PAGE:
On the bright side, other than the oversight, your work was flawless. The auditor found nothing wrong with any of the business’s filings. But even though the audit verified the quality of your work, that wasn’t enough to eclipse the effect of the oversight. To make matters worse, there’s also a fine.
Your client’s bill of $57,642 is only the beginning. The IRS decides to take it to the next level. They also assess the full understatement fee of 20% of the amount by which she understated her taxes: $11,528.40.
Needless to say, she’s furious—not so much about the $57,642 but the understatement fee of $11,528.40. She feels you should’ve filed her taxes—and on time.
Then there’s the matter of interest on the overdue taxes. The IRS charges the Federal rate plus 3%. The Federal rate the IRS decides to use is 2.5%, which means your client has to pay an additional 5.5% interest, compounded daily. Due to the amount of time that’s passed, the interest fee ends up tacking on an extra $3,170 to her bill.
This brings the total amount she owes to $72,340.40—$14,698.40 of which is your fault.
The [Possible] Lawsuit
The IRS decides to take an aggressive stance and digs a little deeper into your client’s tax history. They discover what they claim to be an additional $16,000 that she owes due to getting refunds she didn’t deserve over the last ten years. The situation is getting worse for your client—and her daily phone calls aren’t making things any easier.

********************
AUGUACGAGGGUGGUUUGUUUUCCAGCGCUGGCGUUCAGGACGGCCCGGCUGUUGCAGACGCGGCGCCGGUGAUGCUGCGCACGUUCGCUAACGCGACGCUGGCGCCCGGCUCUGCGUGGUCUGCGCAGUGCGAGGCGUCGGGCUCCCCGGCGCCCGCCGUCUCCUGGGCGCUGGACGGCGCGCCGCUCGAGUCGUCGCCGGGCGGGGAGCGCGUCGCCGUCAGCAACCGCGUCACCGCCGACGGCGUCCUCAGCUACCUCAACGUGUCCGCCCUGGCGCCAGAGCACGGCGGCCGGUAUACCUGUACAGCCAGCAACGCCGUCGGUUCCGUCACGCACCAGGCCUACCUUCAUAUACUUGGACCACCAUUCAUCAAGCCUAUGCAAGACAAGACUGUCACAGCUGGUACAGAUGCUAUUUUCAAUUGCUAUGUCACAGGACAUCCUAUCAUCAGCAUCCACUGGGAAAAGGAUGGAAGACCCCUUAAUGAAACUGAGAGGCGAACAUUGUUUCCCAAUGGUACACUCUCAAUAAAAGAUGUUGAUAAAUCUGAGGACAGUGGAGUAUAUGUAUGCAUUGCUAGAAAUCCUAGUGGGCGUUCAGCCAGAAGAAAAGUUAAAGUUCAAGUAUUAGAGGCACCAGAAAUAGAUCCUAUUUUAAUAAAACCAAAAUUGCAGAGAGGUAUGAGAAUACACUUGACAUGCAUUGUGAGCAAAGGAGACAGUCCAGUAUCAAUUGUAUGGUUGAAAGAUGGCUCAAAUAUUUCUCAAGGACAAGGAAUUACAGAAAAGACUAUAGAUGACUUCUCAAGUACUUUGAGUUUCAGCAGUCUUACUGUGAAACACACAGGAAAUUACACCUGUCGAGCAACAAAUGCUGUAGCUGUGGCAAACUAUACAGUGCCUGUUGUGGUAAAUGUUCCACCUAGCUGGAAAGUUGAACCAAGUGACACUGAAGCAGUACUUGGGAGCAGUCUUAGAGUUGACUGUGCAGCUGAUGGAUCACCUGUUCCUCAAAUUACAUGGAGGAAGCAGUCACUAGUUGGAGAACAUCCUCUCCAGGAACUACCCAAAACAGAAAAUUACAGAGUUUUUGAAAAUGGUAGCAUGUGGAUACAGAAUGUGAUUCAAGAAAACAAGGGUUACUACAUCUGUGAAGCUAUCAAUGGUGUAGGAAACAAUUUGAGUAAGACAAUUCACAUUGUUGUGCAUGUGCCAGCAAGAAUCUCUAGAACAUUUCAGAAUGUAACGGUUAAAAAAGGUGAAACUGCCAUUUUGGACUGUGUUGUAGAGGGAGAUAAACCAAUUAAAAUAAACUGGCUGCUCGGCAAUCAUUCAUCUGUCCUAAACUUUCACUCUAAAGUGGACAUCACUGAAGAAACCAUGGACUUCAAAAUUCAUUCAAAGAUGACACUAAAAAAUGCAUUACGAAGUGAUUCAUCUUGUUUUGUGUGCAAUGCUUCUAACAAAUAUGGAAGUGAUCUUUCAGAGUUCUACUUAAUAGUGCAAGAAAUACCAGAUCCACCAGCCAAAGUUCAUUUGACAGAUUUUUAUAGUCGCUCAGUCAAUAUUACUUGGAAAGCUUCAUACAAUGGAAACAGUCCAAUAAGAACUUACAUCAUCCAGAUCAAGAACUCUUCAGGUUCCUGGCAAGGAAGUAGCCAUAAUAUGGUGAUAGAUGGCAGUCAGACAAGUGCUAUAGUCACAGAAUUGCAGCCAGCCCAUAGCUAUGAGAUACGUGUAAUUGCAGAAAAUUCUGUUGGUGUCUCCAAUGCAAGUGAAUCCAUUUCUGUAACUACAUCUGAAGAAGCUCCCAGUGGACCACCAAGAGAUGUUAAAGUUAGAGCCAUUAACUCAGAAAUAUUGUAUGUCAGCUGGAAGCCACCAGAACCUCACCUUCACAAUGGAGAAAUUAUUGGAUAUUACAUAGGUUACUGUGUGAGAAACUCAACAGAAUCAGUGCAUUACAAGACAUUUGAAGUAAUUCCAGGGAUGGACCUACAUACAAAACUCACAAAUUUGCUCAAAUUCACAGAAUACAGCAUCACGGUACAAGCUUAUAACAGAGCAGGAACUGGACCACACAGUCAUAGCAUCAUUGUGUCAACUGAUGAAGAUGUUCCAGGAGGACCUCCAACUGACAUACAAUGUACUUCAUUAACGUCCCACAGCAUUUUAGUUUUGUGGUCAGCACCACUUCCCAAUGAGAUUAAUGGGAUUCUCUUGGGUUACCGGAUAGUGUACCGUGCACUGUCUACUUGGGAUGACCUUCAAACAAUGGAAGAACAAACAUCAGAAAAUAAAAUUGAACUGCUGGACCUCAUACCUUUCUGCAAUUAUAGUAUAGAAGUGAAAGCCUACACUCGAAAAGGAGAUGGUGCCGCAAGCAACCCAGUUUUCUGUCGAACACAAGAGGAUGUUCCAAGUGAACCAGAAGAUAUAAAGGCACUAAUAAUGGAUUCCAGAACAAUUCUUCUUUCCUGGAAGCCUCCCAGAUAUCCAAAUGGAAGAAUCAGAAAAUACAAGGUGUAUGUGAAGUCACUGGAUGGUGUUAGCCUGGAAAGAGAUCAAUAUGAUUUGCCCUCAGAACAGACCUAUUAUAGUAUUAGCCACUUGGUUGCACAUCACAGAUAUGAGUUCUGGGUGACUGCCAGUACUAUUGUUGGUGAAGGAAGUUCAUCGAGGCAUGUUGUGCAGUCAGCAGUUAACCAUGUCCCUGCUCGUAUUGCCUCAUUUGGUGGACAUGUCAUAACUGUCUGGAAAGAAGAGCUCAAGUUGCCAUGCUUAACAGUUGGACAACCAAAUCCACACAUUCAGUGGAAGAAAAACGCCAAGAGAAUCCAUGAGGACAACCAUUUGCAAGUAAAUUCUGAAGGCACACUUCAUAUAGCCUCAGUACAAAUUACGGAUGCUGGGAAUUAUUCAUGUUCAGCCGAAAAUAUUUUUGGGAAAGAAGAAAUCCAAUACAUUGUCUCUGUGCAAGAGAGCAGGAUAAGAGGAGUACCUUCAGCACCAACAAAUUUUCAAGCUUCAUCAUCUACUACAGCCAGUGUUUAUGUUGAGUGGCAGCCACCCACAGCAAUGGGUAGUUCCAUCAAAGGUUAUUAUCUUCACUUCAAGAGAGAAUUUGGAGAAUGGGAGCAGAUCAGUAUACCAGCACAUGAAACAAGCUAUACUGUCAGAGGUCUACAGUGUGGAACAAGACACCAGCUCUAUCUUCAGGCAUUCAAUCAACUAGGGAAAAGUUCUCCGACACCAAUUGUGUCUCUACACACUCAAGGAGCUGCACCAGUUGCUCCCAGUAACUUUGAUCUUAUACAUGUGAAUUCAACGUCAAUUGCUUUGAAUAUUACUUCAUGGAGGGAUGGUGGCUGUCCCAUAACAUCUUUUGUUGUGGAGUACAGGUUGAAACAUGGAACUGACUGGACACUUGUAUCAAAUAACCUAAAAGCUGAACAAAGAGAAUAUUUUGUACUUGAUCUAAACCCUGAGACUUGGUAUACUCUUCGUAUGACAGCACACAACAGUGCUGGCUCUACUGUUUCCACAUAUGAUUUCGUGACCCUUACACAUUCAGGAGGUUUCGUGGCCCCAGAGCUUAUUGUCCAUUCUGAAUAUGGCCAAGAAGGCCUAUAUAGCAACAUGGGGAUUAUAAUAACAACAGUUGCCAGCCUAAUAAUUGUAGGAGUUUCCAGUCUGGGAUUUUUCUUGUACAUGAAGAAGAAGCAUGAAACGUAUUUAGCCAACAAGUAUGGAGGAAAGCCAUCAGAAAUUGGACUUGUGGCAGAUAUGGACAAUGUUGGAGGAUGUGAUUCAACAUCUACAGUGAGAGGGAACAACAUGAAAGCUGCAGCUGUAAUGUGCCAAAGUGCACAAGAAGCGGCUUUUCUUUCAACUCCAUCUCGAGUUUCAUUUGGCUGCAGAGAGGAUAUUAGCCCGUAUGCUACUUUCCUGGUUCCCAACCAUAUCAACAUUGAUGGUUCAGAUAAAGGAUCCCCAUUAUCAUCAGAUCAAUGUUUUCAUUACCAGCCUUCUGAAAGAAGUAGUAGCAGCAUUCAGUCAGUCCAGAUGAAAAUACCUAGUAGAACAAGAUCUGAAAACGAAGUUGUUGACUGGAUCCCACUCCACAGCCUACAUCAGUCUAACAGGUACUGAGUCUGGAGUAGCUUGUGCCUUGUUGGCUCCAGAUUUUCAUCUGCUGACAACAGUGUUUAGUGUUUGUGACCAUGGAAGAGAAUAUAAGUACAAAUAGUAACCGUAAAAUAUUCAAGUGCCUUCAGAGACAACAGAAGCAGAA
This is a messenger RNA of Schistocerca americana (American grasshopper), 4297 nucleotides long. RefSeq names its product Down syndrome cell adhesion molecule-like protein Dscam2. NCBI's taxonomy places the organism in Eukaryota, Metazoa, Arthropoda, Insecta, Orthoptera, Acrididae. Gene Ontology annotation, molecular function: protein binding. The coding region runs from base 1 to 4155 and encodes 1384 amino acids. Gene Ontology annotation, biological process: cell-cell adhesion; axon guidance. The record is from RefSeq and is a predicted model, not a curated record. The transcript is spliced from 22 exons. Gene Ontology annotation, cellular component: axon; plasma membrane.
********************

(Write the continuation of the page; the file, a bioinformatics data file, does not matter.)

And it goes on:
Now, here’s the good news: Your company has professional liability insurance that covers these kinds of slip-ups.
Professional Liability Insurance to the Rescue
Your client has no problem paying the $57,642 the IRS says she owes. But she’s—justifiably—irate over the extra $14,698.40 they’re asking for, which is a combination of the understatement fee and interest payments. If she takes too long to pay, the situation may end up in court, where the IRS says they will also pursue the additional $16,000 they say she owes.
But since you have liability insurance, the resolution is simple: Your client pays the $57,642 she owes, and your company takes care of the $14,698.40 on her behalf. Then, thanks to your insurance policy, you get those funds back.
The Importance of Professional Liability Insurance for Tax Preparers
These kinds of situations happen all the time. Oversights and errors, as the adage says, “happen” because, after all, “nobody’s perfect.” For some tax professionals, these mistakes end up being “portals of discovery” as they realize they can mitigate the financial impact of the situation using professional liability insurance.
But there’s no need to lock the barn door after the horse has already been stolen. You can keep yourself and your company a step ahead of liability landmines by getting the right insurance today. With 360 Coverage Pros, you can apply for a policy online in 10 minutes, get instant proof of insurance from “A” rated carriers, and have 24/7 access to legal advice online. To learn more, connect with 360 Coverage Pros today.